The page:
Non-Modifiable Risk Factors.
From the top five features, cholesterol and blood pressure are known risk factors of CVD that medical studies have proven to lead to heart disease. However, one factor that the XGBoost used to determine if someone has CVD or not was the maximum heart rate (MHR) achieved. MHR tell us the average number of times the heart should beat per minute during exercise. The data dictionary does not specify how it was calculated, but MHR is usually calculated by subtracting one’s age from 220. The notable trend is the maximum heart rate reduces with age. This can be due to the decrease in the number of SA nodal cells from apoptosis as one age. Below is a table from the American Heart Association of the MHR by age.
The two graphs below (Figure 6 and Figure 7) depict the average MHR with or without CVD. The results portrayed were a little odd to me. Both groups did not reach MHR as indicated by the American Heart Association, but the group with the presence of CVD were more likely to reach the MHR than with no CVD. According to academic literature, the maximal exercise-induced heart rate is inversely associated with cardiovascular mortality¹¹. So, the higher the MHR, the fewer chances of CVD. One possibility can be these individuals have a resting heart rate that is already set high due to the heart’s compensatory mechanism. Another important aspect to note from this is the nature of the machine learning model. XGBoost is a mathematical model that only classifies by the number fed into the model. Therefore, since there was a significant difference between the two, the model used the MHR as a feature to make splits.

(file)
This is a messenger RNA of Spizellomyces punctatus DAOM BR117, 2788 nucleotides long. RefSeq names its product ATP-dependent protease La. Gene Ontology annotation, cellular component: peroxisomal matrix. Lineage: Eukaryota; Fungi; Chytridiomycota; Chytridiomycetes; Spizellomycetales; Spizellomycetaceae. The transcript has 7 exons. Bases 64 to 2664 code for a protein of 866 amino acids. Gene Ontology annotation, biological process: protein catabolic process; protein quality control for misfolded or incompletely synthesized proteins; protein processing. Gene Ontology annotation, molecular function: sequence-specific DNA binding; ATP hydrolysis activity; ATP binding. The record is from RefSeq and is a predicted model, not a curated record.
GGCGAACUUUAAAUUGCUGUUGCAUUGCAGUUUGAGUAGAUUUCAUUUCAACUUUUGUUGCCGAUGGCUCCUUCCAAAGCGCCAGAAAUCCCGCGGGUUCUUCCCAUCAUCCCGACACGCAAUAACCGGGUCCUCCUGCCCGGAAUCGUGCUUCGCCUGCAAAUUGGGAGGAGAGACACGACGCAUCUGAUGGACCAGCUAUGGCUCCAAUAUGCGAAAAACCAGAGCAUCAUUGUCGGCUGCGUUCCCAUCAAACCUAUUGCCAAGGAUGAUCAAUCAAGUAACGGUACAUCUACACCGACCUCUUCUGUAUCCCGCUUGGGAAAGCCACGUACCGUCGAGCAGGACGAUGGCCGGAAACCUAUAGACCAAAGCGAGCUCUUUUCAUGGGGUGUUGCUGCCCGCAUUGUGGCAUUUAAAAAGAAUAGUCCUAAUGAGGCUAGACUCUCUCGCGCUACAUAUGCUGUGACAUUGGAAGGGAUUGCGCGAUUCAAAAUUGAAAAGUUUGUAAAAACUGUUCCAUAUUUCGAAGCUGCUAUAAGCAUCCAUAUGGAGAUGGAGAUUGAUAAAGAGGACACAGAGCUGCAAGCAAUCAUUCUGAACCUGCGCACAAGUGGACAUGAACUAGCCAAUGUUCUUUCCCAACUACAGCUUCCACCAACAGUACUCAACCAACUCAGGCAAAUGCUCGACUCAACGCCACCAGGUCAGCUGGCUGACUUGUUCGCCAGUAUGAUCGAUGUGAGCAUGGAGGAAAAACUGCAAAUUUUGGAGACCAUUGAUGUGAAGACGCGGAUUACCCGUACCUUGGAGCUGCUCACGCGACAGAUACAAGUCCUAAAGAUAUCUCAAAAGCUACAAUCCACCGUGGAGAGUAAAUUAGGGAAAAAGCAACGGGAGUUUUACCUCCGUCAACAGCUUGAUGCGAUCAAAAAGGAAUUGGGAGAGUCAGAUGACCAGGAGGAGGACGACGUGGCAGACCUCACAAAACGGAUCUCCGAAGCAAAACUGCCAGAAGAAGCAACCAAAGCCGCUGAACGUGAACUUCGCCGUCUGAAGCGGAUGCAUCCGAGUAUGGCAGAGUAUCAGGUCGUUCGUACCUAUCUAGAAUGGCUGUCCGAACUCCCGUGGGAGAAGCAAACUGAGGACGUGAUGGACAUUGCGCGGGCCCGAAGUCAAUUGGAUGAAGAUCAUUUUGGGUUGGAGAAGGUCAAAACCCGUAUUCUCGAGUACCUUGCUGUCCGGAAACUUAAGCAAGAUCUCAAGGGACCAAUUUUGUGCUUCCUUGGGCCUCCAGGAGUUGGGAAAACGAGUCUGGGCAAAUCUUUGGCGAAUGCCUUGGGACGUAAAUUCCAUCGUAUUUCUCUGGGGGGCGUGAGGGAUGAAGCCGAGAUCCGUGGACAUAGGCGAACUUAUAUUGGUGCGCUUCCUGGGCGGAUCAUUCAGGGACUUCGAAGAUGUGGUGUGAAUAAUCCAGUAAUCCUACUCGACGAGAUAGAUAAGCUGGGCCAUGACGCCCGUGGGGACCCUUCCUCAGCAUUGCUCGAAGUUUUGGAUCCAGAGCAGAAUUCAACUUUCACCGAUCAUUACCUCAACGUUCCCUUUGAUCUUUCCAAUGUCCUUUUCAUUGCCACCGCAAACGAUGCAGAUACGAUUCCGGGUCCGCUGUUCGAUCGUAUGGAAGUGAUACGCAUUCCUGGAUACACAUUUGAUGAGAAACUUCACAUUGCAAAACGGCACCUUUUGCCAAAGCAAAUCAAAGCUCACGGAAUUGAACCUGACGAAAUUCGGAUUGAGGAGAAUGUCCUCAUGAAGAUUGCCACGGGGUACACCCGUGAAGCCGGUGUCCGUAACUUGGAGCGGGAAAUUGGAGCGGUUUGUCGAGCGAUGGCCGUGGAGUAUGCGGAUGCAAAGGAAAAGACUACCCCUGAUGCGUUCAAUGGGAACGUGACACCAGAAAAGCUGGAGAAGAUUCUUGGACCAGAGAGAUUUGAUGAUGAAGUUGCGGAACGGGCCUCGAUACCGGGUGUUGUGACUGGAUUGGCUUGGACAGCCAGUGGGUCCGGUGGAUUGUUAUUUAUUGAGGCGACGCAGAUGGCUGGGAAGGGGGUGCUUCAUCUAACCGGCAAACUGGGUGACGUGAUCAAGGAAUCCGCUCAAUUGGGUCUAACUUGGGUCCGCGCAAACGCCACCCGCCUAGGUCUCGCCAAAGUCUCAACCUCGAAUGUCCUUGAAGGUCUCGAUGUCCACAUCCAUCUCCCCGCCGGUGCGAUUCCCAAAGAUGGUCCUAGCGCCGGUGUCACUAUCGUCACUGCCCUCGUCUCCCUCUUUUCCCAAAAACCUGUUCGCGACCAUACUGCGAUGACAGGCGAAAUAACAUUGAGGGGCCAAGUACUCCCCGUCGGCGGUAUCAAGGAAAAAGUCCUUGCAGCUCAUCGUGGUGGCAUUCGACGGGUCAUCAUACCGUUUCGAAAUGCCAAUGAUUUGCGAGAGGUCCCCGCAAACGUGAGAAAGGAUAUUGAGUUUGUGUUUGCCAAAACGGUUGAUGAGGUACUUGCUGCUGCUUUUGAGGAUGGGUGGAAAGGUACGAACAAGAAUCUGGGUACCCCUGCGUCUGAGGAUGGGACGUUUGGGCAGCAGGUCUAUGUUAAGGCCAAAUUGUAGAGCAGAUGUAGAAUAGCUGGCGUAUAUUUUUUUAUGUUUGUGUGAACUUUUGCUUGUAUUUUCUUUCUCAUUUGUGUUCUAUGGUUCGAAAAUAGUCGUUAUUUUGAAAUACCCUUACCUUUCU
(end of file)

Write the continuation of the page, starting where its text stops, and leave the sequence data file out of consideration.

A limitation of this analysis is not running the data on other tree-based models like a light-XGBoost or random forest. These models could have given better results. Another limitation of this analysis is the data test did not have a separate test set. Thus, I had to create my test from the 303 individuals, which reduces the number of training samples, which can affect the results.
The XGBoost model did reveal similar risk factors as those used by a physician to assess the potential for CVD. This small assessment justifies that there is validity in using data science algorithms in medicine. Creating a robust machine learning model on larger cardiovascular dataset has validity to act as a preliminary screening tool for CVD